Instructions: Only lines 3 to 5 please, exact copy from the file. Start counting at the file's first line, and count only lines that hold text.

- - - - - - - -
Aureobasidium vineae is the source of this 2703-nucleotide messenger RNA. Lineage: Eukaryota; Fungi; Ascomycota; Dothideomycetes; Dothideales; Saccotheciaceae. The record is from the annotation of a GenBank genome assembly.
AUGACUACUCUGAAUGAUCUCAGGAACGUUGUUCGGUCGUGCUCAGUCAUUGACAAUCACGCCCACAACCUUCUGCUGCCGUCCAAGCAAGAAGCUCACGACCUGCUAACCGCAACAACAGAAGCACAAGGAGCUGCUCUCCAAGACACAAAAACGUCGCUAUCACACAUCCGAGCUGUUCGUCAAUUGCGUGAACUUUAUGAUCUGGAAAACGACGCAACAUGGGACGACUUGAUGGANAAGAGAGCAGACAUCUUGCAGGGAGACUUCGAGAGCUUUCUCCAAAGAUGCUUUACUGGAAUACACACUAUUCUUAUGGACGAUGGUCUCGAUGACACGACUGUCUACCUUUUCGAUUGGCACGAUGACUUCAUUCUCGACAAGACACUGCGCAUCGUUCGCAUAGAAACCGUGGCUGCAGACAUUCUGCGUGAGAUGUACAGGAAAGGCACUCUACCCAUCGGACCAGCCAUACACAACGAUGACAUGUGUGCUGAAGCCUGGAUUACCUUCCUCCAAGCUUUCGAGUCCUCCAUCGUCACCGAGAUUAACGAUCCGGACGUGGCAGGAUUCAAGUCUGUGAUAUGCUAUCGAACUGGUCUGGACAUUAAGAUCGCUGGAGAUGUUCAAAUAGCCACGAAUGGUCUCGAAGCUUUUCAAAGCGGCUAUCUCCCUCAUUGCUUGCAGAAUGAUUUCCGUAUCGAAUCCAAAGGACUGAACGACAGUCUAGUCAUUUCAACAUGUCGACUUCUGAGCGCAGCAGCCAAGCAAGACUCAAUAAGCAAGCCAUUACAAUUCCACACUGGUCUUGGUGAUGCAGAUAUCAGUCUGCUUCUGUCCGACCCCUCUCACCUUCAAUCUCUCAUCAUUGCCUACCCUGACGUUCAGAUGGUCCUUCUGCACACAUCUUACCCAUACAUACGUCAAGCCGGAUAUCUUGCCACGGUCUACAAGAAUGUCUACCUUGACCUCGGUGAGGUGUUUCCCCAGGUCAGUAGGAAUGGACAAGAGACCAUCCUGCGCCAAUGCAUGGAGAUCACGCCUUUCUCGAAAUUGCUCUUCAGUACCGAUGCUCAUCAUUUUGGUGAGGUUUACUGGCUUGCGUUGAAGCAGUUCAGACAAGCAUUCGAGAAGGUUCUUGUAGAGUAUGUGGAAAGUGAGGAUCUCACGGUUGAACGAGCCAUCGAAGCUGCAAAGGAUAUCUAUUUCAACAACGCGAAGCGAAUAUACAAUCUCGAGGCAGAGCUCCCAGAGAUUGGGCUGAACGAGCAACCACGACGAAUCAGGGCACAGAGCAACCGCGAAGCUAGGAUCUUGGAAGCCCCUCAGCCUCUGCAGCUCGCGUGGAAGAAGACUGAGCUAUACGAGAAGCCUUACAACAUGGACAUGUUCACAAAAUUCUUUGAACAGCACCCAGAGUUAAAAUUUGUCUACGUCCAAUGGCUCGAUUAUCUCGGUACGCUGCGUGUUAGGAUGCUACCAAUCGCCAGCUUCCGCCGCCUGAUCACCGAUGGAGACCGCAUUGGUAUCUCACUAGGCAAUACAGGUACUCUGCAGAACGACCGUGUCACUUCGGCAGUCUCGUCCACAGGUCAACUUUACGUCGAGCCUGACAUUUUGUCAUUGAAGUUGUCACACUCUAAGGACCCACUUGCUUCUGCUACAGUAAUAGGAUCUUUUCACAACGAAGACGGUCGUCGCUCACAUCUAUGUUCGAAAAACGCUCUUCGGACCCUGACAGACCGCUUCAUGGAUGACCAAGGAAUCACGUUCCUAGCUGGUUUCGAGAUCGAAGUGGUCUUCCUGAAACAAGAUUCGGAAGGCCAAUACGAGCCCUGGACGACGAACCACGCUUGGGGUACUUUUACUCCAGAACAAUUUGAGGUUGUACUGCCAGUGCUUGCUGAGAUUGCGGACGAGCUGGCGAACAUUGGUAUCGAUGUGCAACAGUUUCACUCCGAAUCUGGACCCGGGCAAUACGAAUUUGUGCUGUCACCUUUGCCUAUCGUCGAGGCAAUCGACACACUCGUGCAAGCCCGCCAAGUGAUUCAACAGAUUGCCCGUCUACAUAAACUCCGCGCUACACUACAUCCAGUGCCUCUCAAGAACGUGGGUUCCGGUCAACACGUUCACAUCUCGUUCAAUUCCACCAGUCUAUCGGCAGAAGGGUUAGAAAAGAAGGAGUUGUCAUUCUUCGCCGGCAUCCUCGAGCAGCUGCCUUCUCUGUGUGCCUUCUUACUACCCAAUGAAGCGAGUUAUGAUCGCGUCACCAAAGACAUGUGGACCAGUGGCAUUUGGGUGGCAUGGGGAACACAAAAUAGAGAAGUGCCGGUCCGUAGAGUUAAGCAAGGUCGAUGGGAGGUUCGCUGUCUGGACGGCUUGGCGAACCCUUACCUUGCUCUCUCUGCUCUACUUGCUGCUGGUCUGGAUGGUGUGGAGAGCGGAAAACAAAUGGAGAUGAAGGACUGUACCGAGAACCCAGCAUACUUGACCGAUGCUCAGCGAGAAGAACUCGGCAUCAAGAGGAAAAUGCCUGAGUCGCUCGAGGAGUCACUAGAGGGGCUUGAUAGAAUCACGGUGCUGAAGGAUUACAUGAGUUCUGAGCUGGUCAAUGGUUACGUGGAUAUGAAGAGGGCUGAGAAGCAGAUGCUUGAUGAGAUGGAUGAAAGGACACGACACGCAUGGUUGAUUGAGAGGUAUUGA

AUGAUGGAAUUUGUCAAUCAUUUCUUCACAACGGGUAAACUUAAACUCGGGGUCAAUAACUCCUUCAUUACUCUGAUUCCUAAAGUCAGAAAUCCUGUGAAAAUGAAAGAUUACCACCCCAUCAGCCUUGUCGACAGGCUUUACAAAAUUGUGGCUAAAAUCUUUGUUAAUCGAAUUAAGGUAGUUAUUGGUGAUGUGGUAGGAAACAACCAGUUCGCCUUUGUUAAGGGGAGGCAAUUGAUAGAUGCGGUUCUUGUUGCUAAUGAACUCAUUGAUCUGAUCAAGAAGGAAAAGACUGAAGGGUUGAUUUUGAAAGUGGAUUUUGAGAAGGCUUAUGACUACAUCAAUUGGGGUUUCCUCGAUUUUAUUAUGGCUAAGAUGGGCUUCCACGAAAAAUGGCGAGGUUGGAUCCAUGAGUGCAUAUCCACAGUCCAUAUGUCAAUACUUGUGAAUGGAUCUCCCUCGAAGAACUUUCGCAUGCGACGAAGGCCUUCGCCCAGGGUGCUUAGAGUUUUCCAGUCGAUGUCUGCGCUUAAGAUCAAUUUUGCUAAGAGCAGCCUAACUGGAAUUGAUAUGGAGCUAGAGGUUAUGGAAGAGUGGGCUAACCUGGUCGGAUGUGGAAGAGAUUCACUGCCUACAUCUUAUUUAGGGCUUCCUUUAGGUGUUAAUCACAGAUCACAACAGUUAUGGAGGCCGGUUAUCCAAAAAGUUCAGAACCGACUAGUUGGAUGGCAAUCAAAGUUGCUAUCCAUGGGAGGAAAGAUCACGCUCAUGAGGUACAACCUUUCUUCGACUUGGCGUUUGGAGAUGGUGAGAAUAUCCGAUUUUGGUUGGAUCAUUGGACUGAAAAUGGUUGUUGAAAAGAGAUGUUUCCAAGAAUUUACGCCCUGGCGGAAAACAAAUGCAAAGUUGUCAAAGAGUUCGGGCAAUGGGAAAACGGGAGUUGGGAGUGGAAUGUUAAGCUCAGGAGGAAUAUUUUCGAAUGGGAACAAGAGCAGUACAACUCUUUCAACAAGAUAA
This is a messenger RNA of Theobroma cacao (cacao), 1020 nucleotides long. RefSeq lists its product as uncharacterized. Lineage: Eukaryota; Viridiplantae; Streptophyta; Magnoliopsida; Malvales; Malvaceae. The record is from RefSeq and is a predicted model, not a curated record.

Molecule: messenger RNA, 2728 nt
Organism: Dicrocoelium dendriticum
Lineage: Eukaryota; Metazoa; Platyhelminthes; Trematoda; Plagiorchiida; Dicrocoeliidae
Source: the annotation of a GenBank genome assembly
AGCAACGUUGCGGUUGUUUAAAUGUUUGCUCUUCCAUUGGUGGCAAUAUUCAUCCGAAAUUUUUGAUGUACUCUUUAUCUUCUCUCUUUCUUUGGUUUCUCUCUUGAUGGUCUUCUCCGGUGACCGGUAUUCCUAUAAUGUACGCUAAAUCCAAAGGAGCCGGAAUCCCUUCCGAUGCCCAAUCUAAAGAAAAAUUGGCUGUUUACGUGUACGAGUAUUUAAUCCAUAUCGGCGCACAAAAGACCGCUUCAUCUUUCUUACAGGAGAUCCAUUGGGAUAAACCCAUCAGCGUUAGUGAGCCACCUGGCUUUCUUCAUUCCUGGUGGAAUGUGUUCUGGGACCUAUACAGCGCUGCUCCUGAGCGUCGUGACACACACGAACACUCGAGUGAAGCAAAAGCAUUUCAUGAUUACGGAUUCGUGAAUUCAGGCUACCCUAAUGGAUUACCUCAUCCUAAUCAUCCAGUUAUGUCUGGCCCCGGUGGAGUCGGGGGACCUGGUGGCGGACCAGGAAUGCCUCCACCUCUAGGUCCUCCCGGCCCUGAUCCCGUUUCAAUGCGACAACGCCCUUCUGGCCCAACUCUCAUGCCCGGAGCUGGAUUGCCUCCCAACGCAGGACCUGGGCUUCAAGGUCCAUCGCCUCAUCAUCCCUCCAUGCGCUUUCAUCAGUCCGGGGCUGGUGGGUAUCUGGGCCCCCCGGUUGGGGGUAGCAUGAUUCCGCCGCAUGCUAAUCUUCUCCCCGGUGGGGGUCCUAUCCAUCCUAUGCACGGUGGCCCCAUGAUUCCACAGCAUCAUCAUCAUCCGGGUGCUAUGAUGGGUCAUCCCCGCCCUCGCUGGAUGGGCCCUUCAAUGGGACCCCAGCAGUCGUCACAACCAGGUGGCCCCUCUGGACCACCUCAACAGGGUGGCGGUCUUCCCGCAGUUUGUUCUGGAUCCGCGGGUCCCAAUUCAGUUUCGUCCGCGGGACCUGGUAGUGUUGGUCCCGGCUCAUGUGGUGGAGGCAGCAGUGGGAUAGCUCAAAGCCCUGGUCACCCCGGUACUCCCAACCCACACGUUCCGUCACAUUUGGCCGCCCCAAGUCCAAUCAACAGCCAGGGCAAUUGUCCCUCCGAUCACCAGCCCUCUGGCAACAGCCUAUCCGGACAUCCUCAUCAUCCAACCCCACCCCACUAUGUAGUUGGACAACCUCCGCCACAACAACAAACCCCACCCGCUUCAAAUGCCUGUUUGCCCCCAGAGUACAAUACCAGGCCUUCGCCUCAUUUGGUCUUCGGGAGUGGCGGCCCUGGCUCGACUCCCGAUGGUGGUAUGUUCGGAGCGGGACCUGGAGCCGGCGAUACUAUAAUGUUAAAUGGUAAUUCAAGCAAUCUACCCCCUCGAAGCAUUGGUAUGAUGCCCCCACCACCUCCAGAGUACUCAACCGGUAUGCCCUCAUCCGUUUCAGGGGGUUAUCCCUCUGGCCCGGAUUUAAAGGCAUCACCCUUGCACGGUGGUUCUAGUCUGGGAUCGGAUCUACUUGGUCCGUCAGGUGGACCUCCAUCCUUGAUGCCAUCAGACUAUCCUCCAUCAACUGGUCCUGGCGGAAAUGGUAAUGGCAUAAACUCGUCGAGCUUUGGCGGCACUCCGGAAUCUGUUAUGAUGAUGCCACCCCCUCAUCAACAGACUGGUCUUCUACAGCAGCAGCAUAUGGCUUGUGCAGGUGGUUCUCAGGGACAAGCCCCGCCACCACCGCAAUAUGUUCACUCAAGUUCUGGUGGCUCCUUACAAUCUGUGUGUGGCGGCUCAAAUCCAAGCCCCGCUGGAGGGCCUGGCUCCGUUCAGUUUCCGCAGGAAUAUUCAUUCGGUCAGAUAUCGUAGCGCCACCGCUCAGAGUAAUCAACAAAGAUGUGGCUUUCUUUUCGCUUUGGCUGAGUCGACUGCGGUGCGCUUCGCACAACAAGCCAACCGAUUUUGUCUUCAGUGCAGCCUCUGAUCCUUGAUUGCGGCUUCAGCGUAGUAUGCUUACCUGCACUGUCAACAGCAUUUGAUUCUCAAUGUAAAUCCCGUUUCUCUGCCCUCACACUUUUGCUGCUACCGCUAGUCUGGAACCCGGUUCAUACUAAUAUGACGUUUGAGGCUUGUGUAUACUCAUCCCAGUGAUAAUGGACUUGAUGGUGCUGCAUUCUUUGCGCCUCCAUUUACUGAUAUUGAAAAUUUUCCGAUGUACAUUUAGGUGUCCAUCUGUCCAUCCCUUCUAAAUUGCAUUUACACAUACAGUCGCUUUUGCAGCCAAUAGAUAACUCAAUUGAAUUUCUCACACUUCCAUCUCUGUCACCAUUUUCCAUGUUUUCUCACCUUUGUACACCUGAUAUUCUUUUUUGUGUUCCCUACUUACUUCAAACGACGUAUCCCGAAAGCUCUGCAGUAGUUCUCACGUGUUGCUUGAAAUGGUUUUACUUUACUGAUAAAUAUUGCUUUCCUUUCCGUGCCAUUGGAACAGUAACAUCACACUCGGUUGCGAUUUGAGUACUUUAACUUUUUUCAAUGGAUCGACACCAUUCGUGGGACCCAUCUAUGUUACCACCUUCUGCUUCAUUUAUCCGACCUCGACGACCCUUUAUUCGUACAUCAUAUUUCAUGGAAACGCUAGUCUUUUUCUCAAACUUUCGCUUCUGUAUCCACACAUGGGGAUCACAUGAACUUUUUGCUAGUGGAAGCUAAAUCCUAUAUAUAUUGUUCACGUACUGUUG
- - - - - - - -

AUGAUGGAAUUUGUCAAUCAUUUCUUCACAACGGGUAAACUUAAACUCGGGGUCAAUAACUCCUUCAUUACUCUGAUUCCUAAAGUCAGAAAUCCUGUGAAAAUGAAAGAUUACCACCCCAUCAGCCUUGUCGACAGGCUUUACAAAAUUGUGGCUAAAAUCUUUGUUAAUCGAAUUAAGGUAGUUAUUGGUGAUGUGGUAGGAAACAACCAGUUCGCCUUUGUUAAGGGGAGGCAAUUGAUAGAUGCGGUUCUUGUUGCUAAUGAACUCAUUGAUCUGAUCAAGAAGGAAAAGACUGAAGGGUUGAUUUUGAAAGUGGAUUUUGAGAAGGCUUAUGACUACAUCAAUUGGGGUUUCCUCGAUUUUAUUAUGGCUAAGAUGGGCUUCCACGAAAAAUGGCGAGGUUGGAUCCAUGAGUGCAUAUCCACAGUCCAUAUGUCAAUACUUGUGAAUGGAUCUCCCUCGAAGAACUUUCGCAUGCGACGAAGGCCUUCGCCCAGGGUGCUUAGAGUUUUCCAGUCGAUGUCUGCGCUUAAGAUCAAUUUUGCUAAGAGCAGCCUAACUGGAAUUGAUAUGGAGCUAGAGGUUAUGGAAGAGUGGGCUAACCUGGUCGGAUGUGGAAGAGAUUCACUGCCUACAUCUUAUUUAGGGCUUCCUUUAGGUGUUAAUCACAGAUCACAACAGUUAUGGAGGCCGGUUAUCCAAAAAGUUCAGAACCGACUAGUUGGAUGGCAAUCAAAGUUGCUAUCCAUGGGAGGAAAGAUCACGCUCAUGAGGUACAACCUUUCUUCGACUUGGCGUUUGGAGAUGGUGAGAAUAUCCGAUUUUGGUUGGAUCAUUGGACUGAAAAUGGUUGUUGAAAAGAGAUGUUUCCAAGAAUUUACGCCCUGGCGGAAAACAAAUGCAAAGUUGUCAAAGAGUUCGGGCAAUGGGAAAACGGGAGUUGGGAGUGGAAUGUUAAGCUCAGGAGGAAUAUUUUCGAAUGGGAACAAGAGCAGUACAACUCUUUCAACAAGAUAA
This is a messenger RNA of Theobroma cacao (cacao), 1020 nucleotides long. RefSeq lists its product as uncharacterized. Lineage: Eukaryota; Viridiplantae; Streptophyta; Magnoliopsida; Malvales; Malvaceae. The record is from RefSeq and is a predicted model, not a curated record.

Molecule: messenger RNA, 2728 nt